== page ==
"The grey cat has an orange fish."

Translation:Den grå kat har en orange fisk.

January 14, 2015

16 Comments
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https://www.duolingo.com/profile/writingdad

Still trying to wrap my head around this, I think. Katten = the cat, but you can't say "Grå katten" for "the grey cat". It has to be split into "Den grå kat"?


https://www.duolingo.com/profile/tu.8zPhLD72zzoZN

Yes, someone else suggested in "Grå katten" the color would be the name of the cat as in "Gray the cat".


https://www.duolingo.com/profile/writingdad

Okay. That makes sense to me and I can divide things in my head thinking of it that way. Thanks!


https://www.duolingo.com/profile/wish1832

Why is it "den grå kat", rather than "de grå kat"?


https://www.duolingo.com/profile/Xneb
Mod

    de is used for plural things, so it would be "de grå katte" (the grey cats), but "den" is used for singular common gender words like here. "det" is used for neuter gender singular words ("det grå hus" = "The grey house")


    https://www.duolingo.com/profile/MarinaSo09

    might be a stupid question but why is the colour 'orange' but the fruit 'appelsin'?


    https://www.duolingo.com/profile/RyagonIV

    Because one is a colour and the other is a fruit. :)
    The word orange is French, coming via the Spanish naranja from Arabian nāranǧ, which refers to the bitter orange fruit. The French referred to it as pomme d'orange, "orange apple", too, so there's the connection to the colour.
    Appelsin, on the other hand, is a common name in central Europe, originated in older Dutch as appelsina. The fruit was imported from South China and the name simply means "apple from China".


    https://www.duolingo.com/profile/MarinaSo09

    Very informative thank you : )


    https://www.duolingo.com/profile/Rhapsodyja

    Sorry I am a French speaking person and I never, neither anyone I know, used "pomme orange"


    https://www.duolingo.com/profile/RyagonIV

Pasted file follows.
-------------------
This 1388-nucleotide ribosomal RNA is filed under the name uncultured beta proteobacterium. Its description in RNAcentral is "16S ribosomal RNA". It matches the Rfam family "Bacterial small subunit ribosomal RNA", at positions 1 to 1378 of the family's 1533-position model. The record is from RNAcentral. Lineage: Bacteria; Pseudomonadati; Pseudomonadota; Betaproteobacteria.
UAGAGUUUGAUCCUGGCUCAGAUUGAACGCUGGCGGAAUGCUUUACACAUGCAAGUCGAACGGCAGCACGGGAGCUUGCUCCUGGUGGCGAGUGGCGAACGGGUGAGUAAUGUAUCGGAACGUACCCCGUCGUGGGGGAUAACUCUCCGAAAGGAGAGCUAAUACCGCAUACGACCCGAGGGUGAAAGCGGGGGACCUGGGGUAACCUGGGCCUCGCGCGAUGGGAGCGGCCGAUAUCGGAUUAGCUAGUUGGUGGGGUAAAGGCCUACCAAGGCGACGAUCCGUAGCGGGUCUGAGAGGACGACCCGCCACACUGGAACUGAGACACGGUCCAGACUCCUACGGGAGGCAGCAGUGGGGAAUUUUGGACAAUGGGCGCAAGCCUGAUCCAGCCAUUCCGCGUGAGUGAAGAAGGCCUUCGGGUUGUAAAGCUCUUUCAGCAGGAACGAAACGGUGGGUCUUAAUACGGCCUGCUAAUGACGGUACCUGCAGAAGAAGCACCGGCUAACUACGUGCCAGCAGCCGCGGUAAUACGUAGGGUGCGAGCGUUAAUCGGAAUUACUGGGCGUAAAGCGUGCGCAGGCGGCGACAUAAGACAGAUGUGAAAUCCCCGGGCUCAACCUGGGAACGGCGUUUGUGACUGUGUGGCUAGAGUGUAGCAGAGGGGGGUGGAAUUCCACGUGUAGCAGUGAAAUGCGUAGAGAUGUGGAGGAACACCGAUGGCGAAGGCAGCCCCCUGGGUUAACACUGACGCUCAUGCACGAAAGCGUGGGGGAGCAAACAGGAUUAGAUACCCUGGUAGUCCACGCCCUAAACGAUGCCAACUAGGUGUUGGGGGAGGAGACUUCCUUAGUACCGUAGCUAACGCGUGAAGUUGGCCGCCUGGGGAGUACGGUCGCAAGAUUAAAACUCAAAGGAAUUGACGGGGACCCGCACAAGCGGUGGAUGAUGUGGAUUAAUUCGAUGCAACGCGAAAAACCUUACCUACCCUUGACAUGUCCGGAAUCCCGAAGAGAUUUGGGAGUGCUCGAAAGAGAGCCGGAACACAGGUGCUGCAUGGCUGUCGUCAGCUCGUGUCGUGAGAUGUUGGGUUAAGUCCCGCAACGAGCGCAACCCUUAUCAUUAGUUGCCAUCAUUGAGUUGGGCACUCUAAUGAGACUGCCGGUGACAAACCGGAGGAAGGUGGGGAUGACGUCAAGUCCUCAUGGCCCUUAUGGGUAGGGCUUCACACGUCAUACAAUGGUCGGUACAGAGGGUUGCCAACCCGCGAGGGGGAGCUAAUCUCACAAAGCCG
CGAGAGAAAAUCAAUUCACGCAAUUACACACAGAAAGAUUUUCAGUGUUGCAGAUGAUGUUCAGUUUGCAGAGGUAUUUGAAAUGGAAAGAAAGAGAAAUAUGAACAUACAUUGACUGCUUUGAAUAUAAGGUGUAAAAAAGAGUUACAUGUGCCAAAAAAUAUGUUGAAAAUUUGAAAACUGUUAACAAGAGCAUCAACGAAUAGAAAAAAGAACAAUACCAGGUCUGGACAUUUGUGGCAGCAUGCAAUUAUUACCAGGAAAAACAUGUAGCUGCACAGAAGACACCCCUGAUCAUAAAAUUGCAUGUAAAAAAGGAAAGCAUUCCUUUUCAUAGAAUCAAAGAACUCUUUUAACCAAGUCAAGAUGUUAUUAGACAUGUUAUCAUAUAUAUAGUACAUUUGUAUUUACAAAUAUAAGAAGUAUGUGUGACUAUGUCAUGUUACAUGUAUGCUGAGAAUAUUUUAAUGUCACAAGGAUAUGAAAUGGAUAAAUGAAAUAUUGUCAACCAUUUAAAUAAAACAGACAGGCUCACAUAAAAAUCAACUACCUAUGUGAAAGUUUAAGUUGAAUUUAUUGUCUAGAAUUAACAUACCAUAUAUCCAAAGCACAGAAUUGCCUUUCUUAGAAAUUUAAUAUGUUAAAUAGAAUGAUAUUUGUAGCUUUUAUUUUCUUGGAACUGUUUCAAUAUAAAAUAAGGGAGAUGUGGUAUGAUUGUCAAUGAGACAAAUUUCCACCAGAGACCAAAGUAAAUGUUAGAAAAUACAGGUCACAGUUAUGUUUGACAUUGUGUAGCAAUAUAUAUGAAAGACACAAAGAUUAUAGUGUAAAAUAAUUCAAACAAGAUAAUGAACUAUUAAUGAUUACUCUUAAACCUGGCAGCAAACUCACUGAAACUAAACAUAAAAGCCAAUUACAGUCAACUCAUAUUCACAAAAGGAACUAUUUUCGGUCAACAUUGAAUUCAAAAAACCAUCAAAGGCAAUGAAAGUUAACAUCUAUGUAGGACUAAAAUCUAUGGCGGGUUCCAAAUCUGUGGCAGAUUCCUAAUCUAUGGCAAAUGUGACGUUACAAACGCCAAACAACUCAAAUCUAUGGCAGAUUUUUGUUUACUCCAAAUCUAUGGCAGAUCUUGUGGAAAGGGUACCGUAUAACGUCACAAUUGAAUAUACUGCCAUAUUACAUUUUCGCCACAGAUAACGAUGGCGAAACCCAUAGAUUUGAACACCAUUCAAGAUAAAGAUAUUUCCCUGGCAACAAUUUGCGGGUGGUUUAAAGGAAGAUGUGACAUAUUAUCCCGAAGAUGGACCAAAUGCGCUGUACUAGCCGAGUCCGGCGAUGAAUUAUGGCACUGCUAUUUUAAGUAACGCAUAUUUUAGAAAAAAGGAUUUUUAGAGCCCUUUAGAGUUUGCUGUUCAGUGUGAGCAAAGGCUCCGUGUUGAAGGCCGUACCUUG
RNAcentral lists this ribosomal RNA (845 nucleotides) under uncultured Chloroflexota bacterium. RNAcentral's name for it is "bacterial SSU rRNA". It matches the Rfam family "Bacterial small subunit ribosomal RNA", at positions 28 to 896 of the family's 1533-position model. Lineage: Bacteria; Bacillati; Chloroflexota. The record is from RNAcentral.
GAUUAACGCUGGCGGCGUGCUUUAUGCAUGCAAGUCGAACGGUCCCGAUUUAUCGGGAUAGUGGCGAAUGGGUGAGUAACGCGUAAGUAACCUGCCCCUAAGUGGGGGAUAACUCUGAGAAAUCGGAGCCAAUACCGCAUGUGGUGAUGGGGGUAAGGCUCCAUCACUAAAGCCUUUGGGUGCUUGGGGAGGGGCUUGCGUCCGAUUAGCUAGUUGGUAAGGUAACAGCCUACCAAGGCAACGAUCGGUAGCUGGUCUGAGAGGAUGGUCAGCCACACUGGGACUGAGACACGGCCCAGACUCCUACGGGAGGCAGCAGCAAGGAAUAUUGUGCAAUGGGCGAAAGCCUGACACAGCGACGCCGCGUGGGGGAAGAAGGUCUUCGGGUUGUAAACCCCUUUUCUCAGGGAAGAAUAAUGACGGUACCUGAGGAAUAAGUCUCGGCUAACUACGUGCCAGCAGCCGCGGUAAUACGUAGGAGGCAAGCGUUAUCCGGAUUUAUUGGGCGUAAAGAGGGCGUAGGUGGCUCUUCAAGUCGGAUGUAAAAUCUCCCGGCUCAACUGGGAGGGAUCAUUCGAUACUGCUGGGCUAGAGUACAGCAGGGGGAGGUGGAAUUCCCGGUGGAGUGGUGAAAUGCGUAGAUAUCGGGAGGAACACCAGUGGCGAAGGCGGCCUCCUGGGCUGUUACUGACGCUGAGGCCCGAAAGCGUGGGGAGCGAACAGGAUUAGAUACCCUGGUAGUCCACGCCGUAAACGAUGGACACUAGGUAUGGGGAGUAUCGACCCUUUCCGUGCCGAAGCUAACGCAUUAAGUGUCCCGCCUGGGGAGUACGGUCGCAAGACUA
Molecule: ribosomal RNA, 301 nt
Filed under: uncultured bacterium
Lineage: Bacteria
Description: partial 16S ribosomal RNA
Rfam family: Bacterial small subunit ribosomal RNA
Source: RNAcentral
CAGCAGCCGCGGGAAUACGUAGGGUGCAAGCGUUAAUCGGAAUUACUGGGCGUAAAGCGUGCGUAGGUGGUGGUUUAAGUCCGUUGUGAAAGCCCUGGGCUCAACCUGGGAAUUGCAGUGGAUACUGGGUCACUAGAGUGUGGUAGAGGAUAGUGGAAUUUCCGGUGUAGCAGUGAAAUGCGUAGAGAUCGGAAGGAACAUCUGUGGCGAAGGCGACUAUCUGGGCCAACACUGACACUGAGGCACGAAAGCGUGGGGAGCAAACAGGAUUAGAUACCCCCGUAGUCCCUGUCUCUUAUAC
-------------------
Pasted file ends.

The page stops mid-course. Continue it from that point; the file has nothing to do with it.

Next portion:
Phew, this was over a year ago, but I think I got the info from this Wiktionary page about the German noun, "Orange". Nowadays no French person calls it "pomme" anymore, but in Old French that definitely seemed to be the case.


    https://www.duolingo.com/profile/Saphira00

    In icelandic the fruit is appelsína and the colour is appelsínugulur ( appelsin gul)


    https://www.duolingo.com/profile/andrey420

    Why EN orangE (not orang) fisk


    https://www.duolingo.com/profile/Xneb
    Mod

      Because the word is "orange". Adjectives ending in "-e" also tend not to take a separate neuter or plural forms:
      "En orange fisk" = An orange fish
      "Et orange hus" = An orange house
      "Orange biler" = Orange cars
      "Den orange fisk" = The orange fish


      https://www.duolingo.com/profile/Liubof

      Should not it be Den grå katten ?


      https://www.duolingo.com/profile/RyagonIV

      The gray the cat? :)

      No, if you add an adjective, you split the article from the noun again because the adjective needs to squeeze in between the two:
      kat -> katten -> den grå kat


      https://www.duolingo.com/profile/Liubof

      Thanks. I was just trying to make analogies with norwegian where this phrase would be: Den grå katten.

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